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Merchant projects: the next big boost for US solar?
While state-level utility mandates are met, reducing appetites for solar; perhaps another option is opening up. We investigate this promising new market for solar as “merchant projects”.
Some regions of the US allow what are called “merchant projects”; that is projects that sell power into the grid directly. The most promising and fastest-growing solar PV markets lie within deregulated markets in the Mid-Atlantic, New England, California, and Texas.
In these regions, solar developers can opt to sell power directly into the market as a merchant energy supplier, bypassing the normal requirement to arrange a Power Purchase Agreement (PPA) with a utility or a commercial entity for the energy.
While electricity prices are high in the Mid-Atlantic and New England, perhaps the most vibrant of these upcoming merchant solar markets in the US is in Texas, due to an unusual combination of circumstances; a merchant market that is ready-to-go, an abundance of available transmission in areas with good solar resources, fast-growing daytime electricity demand from a booming oil industry, and natural gas prices that have doubled in the last year.
Transmission already in place
Under the Texas Competitive Renewable energy Zone (CREZ) law passed in 2005, transmission has now been pre-installed in areas of renewable potential even in advance of renewable projects being built there. The Electric Reliability Council of Texas (ERCOT) operates the electric grid and manages the deregulated market for most of the state.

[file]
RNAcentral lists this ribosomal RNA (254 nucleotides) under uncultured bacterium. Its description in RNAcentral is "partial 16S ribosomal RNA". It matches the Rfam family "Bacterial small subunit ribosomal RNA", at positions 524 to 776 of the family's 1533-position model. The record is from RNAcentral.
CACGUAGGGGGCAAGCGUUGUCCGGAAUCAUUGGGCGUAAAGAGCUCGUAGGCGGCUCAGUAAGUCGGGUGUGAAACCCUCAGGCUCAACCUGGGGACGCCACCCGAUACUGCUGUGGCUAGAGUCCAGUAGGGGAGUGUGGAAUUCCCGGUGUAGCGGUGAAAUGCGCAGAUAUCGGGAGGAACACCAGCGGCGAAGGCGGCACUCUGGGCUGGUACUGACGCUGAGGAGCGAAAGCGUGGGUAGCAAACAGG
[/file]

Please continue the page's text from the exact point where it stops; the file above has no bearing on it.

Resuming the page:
“So the legislature passed the law, the commission working with ERCOT and working with state legislators determined what the appropriate renewable energy zones were and what the ERCOT recommended specific improvements, and the commission authorised those improvements,” says ERCOT Director of System Planning Warren Lasher.
“And now fast-forward to December 2013. All of those transmission improvements have been put into place and are in service.”
With the CREZ transmission complete, there is now an unprecedented opportunity, not just for wind but also for solar, to sell energy directly into the market, because the same areas that have wind potential, and thus have CREZ lines, are also excellent solar resources.
Oil industry driving demand
Not only is there a merchant market and available transmission, but in the very areas that are served by CREZ transmission in West Texas, there is now also a huge growth in demand for electricity.
The oil industry is booming in that region, so greatly increased activity in the Permian Basin has added demand on the local grid for daytime power to supply drilling electricity needs. Compared to only around 2 percent growth statewide, electricity demand in the Permian Basin is rising at between five and six per cent a year. This rising local need is good news because it is daytime demand.
“One of the reasons that solar is exploding on the scene is because it is going to come on at peak usage, during the day,” says Doug May, Executive Director of the Fort Stockton Economic Development Corporation in Pecos County. “Even though there is a better wind resource overall, its highest peak production is not during the highest usage hours.”